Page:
8 Now at Lystra there was a man sitting who could not use his feet. He was crippled from birth and had never walked. 9 He listened to Paul speaking. And Paul, looking intently at him and seeing that he had faith to be made well, 10 said in a loud voice, “Stand upright on your feet.” And he sprang up and began walking. 11 And when the crowds saw what Paul had done, they lifted up their voices, saying in Lycaonian, “The gods have come down to us in the likeness of men!” 12 Barnabas they called Zeus, and Paul, Hermes, because he was the chief speaker. 13 And the priest of Zeus, whose temple was at the entrance to the city, brought oxen and garlands to the gates and wanted to offer sacrifice with the crowds. 14 But when the apostles Barnabas and Paul heard of it, they tore their garments and rushed out into the crowd, crying out, 15 “Men, why are you doing these things? We also are men, of like nature with you, and we bring you good news, that you should turn from these vain things to a living God, who made the heaven and the earth and the sea and all that is in them. 16 In past generations he allowed all the nations to walk in their own ways. 17 Yet he did not leave himself without witness, for he did good by giving you rains from heaven and fruitful seasons, satisfying your hearts with food and gladness.” 18 Even with these words they scarcely restrained the people from offering sacrifice to them.
19 But Jews came from Antioch and Iconium, and having persuaded the crowds, they stoned Paul and dragged him out of the city, supposing that he was dead. 20 But when the disciples gathered about him, he rose up and entered the city, and on the next day he went on with Barnabas to Derbe. 21 When they had preached the gospel to that city and had made many disciples, they returned to Lystra and to Iconium and to Antioch, 22 strengthening the souls of the disciples, encouraging them to continue in the faith, and saying that through many tribulations we must enter the kingdom of God. 23 And when they had appointed elders for them in every church, with prayer and fasting they committed them to the Lord in whom they had believed. 24 Then they passed through Pisidia and came to Pamphylia. 25 And when they had spoken the word in Perga, they went down to Attalia, 26 and from there they sailed to Antioch, where they had been commended to the grace of God for the work that they had fulfilled. 27 And when they arrived and gathered the church together, they declared all that God had done with them, and how he had opened a door of faith to the Gentiles. 28 And they remained no little time with the disciples.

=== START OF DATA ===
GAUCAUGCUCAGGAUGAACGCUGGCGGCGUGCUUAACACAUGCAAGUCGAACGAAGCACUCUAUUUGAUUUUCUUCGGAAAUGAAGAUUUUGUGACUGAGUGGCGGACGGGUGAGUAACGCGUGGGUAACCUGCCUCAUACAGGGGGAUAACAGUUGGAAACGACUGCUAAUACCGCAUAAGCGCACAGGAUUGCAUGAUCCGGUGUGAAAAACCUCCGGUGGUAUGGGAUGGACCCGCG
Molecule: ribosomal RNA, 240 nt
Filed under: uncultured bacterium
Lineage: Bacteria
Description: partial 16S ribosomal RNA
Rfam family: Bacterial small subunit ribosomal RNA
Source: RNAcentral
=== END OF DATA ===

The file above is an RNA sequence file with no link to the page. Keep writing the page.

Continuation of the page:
We’re going to cover the whole chapter. I do want to spend more time next Sunday on Paul confronting the idolatry in Lystra. But today I’ll try to capture the big picture of chapter 14. In order to see the big picture, two observations are necessary.
One is the pattern of missionary work. They start in Antioch, travel next to Iconium, then down to Lystra, and then over to Derbe. With each city a pattern emerges: preaching, persecution, move, and so forth, until they reach Derbe. Then they returned to the very cities where they were persecuted, and strengthen the churches with these words: “through many tribulations we must enter the kingdom of God.” Basic discipleship includes preaching the gospel and suffering for the gospel.